Coventry has a population of only 270,000, but it punches above its weight. It helps that Birmingham is next door and that HS2 will be really close by but it is only an hour from London now. They have a confident and relaxed leadership and really strong partnerships that helped them succeed in becoming UK City of Culture for 2021 and as part of Birmingham’s Commonwealth Games bid. In Andy Street, Mayor for all of the West Midlands, not just Birmingham, they have a powerful ambassador with tip-top connections.
Milton Keynes doesn’t deserve the jokey reputation it has. It’s well-designed, clean and really well located. There is no need for HS2, it’s already just 32 minutes from Euston (until 3am!). People who live there love it. And it is attracting employers. It has its ambitious city-story straight and real plans to double its population to 500,000 by 2050. That’s not messing about.
If you had a blank canvas, what would you like to see happen in the next 12 months?
It’s clear we need to get our act together and I think the City Council has grasped the nettle with recent plans to address the notion that Nottingham may be as they say, “falling behind the curve”. I am pleased to have been asked to join a city centre strategy group but, as a feminist, I do think the group could be a bit more representative.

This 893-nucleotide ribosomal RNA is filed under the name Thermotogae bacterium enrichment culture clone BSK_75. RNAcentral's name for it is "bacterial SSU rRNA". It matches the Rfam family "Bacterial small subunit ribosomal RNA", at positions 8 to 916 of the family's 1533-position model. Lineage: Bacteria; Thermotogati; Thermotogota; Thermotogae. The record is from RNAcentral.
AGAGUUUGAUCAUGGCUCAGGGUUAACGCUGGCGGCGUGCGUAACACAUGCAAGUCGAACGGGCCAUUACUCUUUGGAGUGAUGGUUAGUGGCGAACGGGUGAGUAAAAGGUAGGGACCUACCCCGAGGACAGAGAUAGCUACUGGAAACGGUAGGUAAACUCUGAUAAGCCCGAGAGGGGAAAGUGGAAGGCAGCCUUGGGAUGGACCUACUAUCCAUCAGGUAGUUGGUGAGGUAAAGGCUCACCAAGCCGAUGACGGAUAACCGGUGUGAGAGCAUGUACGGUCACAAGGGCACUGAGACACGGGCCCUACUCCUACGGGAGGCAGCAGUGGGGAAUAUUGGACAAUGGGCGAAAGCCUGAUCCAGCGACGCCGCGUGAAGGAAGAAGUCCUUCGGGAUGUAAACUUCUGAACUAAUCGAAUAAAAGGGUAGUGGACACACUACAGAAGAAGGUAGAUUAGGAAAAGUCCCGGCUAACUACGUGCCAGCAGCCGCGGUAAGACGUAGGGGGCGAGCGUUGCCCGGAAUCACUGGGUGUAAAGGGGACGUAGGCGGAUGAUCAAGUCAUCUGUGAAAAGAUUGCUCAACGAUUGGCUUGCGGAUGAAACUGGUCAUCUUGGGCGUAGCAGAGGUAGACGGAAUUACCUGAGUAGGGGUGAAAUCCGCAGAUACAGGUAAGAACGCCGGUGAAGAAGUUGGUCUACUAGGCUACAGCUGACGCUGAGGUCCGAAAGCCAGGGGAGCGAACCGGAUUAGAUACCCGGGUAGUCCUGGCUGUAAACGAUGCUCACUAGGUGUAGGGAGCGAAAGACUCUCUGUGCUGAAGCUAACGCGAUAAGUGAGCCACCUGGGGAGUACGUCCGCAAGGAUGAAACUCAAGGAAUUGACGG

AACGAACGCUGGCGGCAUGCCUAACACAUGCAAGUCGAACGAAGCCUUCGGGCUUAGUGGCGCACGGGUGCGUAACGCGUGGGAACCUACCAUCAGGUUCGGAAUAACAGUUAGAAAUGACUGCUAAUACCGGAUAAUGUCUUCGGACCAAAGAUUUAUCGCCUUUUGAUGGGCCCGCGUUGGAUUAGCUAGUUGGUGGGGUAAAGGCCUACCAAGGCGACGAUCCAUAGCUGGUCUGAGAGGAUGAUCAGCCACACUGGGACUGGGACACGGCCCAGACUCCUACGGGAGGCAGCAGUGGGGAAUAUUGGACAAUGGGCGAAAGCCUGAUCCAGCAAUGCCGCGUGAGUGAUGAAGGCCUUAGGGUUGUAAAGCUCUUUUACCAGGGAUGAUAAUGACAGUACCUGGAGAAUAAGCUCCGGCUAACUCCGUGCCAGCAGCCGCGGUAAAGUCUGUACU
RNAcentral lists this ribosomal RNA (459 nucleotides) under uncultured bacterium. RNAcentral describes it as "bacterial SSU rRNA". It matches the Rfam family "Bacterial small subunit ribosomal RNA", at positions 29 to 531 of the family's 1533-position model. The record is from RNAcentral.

It must not just be a talking shop, though I’m reminded that after many years of nothing much happening it was a similar large conversation that kick-started the plans for Nottingham Castle that are now bearing fruit. So watch this space.
The elephant in the room is HS2. No imagining of Nottingham’s future can fail to take it into account. It will require a re-think of Nottingham and Derby city centres as Toton becomes the high-speed heart of a twin-city metro economy.
I imagine a mini Canary Wharf, home to businesses serving a single new economy stretching from York to Birmingham via Leeds, Sheffield and Nottingham. There could be a new university campus. Why not a Guggenheim? Or Disney?
My vision may not be the right one, but it is important that we have a vision that we can all buy into soon. UK Central, the HS2 location near Solihull, is already one of the country’s prime investment destinations – in part because it has a compelling narrative and some great images. All we have for Toton is an artist’s impression of a car park, so it is great news that the government is funding the Midlands Engine to start work on a vision for Toton.
Other than that, the next 12 months for Nottingham are all about leadership. There is a City Council election next May and the County Council is busy working out which version of a ‘super-council’ it might be able to create. There is no time to waste so we need deep leadership right now. We need good numbers of people taking responsibility for their bit of Nottingham, for their sector, or profession, going beyond their own job or day to day business to tell a shared, consistent and positive story. Because they care about Nottingham and where it’s heading next.